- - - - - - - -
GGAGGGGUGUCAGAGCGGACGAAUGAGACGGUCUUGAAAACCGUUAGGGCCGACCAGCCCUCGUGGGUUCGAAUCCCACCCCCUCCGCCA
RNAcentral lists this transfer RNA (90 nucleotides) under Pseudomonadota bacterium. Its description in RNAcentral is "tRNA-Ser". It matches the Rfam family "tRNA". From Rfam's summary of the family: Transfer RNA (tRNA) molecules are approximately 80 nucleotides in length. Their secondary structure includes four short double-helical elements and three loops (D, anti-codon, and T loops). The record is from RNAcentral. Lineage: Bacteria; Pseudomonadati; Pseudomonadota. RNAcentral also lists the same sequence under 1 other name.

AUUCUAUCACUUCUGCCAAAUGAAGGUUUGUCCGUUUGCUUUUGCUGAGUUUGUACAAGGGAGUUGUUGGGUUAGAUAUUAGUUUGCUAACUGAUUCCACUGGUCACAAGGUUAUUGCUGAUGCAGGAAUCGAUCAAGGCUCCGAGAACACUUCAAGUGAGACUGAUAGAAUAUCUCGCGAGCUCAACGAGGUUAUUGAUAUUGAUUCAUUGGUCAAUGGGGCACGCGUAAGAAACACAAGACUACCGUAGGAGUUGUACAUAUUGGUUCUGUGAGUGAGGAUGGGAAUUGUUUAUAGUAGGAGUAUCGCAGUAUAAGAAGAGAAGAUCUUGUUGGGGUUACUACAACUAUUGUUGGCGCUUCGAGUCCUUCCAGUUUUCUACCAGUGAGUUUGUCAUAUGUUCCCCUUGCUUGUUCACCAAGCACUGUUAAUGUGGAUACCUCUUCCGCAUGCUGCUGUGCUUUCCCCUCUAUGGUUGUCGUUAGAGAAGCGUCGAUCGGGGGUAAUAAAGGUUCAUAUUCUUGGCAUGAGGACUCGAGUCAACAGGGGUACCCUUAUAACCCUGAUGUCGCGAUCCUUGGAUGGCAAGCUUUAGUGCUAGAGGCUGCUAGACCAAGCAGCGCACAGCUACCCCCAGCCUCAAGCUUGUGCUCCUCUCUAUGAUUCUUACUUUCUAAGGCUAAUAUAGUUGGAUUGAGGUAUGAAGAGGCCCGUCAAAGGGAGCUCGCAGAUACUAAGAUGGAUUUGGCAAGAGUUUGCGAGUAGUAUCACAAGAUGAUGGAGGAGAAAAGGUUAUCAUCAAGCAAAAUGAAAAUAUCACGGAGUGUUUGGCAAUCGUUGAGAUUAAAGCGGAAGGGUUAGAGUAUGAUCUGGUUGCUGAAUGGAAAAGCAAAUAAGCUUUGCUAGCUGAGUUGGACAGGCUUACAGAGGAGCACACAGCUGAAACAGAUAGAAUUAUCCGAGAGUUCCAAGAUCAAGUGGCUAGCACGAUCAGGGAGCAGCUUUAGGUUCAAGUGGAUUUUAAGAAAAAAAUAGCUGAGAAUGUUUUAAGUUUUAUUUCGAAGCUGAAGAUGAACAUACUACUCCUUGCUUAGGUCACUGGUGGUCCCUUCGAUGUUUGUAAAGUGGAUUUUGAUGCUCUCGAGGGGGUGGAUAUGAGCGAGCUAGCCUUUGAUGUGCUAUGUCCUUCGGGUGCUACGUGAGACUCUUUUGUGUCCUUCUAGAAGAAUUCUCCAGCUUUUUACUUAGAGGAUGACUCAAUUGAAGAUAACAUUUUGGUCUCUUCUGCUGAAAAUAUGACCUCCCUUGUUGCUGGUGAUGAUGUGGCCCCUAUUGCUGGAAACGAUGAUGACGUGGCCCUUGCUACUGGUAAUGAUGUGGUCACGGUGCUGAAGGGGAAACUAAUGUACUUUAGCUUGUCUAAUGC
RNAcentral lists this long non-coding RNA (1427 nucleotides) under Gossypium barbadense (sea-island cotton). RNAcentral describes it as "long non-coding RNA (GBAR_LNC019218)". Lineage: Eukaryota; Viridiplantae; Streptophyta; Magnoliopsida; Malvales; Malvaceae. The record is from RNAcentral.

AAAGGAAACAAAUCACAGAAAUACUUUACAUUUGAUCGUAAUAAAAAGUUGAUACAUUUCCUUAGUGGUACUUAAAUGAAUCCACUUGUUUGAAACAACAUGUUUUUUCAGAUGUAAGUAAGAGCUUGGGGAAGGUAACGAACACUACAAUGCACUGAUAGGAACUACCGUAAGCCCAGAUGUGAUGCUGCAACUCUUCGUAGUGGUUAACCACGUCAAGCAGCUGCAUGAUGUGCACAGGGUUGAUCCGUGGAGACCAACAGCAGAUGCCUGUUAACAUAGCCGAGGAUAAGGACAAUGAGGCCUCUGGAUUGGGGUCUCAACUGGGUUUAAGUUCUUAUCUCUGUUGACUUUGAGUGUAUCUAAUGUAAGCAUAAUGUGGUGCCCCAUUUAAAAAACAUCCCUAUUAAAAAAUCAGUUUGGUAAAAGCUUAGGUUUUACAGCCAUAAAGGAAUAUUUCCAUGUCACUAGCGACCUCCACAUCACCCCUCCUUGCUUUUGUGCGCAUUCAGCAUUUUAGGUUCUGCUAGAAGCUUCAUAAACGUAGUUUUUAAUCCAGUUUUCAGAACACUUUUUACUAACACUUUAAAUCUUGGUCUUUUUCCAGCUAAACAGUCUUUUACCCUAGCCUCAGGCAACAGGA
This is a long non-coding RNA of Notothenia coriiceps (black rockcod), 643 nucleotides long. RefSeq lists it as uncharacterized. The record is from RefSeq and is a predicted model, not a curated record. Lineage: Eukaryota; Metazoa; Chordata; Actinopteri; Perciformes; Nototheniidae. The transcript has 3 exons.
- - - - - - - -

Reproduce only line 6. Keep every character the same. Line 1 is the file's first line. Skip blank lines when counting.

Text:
This is a long non-coding RNA of Notothenia coriiceps (black rockcod), 643 nucleotides long. RefSeq lists it as uncharacterized. The record is from RefSeq and is a predicted model, not a curated record. Lineage: Eukaryota; Metazoa; Chordata; Actinopteri; Perciformes; Nototheniidae. The transcript has 3 exons.